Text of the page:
Bankruptcy is not an uncommon practice in American life, particularly during periods of economic instability. The average Connecticut resident likely contributed to the estimated $13 trillion in American consumer debt accrued by the end of 2017, and some may find themselves among the estimated 733,000 individuals and businesses that will file for Chapter 7 bankruptcy this year. Thankfully, bankruptcy is a viable and — at times — necessary strategy to handle serious debt issues. 

Most consumer debt can be fairly easily handled by a bankruptcy filing. While it can be difficult to prove the necessary undue hardship required for student loans to be forgiven, other forms of debt, like mortgages and credit cards, can be handled either through negotiating a lower payback amount or by filing for bankruptcy. Which option is better depends on the specifics of a given case. 

What is more difficult is for some consumers to come to terms with bankruptcy. There is still a negative stigma associated with filing for bankruptcy, which many people still take to heart, causing some to wait until the edge of financial ruin before taking the next step. Many experts agree that it is better to get ahead of the curve and start the filing process before fiscal collapse is looming.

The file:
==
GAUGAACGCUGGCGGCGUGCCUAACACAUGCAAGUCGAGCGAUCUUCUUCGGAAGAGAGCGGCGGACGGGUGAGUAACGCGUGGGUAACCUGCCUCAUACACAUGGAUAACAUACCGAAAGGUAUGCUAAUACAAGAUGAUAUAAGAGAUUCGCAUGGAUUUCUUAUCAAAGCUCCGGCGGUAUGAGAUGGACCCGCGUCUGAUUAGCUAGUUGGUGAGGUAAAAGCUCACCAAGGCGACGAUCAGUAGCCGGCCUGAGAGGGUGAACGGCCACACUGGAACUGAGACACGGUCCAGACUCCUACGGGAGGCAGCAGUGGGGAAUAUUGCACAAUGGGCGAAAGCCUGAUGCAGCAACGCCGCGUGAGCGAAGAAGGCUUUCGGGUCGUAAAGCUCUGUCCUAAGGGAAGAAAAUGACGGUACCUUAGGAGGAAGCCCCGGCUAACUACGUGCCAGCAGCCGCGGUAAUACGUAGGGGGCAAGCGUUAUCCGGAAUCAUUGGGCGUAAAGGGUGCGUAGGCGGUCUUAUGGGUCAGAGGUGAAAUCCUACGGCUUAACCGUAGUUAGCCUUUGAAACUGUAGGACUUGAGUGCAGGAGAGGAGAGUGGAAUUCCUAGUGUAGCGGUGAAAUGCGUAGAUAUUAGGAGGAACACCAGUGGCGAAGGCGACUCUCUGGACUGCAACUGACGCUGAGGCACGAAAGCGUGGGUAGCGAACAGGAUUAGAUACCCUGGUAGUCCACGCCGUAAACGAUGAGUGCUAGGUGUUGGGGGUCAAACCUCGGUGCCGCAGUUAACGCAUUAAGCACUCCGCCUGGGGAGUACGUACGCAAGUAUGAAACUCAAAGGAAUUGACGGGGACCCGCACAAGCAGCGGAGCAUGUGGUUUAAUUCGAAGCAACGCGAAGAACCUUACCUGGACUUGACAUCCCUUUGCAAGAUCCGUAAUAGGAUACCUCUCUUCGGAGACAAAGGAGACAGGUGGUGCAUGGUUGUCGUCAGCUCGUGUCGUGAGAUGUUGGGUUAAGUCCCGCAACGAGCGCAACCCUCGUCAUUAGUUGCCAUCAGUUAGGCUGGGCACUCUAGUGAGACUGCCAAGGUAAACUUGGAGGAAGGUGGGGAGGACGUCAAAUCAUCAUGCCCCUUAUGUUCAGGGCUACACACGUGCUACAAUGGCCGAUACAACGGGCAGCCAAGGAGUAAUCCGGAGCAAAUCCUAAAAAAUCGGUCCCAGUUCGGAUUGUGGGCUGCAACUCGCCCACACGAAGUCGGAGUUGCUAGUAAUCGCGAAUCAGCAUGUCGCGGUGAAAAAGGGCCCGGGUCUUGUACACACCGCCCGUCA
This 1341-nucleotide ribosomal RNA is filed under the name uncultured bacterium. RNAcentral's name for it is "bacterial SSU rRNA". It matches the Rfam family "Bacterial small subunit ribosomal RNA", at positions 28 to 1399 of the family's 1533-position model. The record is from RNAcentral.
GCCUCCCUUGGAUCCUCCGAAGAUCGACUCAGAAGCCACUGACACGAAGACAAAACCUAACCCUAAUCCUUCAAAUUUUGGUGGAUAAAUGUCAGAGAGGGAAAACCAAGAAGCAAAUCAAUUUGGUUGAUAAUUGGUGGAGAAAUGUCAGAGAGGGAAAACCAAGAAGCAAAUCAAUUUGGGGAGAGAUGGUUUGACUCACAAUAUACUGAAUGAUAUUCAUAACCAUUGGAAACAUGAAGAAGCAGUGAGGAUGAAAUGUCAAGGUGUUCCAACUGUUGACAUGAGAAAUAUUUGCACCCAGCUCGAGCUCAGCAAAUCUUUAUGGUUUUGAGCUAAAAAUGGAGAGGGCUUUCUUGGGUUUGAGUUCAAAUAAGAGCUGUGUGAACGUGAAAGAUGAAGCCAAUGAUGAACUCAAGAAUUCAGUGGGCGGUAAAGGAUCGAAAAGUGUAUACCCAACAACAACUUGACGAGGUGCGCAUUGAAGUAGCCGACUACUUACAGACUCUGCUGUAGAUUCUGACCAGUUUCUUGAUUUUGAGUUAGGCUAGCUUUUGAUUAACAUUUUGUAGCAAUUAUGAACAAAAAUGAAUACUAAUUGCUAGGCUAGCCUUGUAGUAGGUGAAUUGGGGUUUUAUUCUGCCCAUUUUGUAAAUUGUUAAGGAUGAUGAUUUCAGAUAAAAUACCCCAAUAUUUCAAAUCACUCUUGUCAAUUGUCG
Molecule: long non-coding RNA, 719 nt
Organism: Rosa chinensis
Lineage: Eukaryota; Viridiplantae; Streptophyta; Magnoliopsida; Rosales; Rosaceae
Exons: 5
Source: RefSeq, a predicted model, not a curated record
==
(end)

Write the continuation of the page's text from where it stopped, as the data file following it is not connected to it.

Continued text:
Chapter 7 bankruptcy can be a frightening option for some Connecticut residents to consider. However, with the support of a dedicated bankruptcy attorney, the process can be easier to navigate. With the proper application of good spending practices, individuals and businesses can bounce back from bankruptcy better than ever.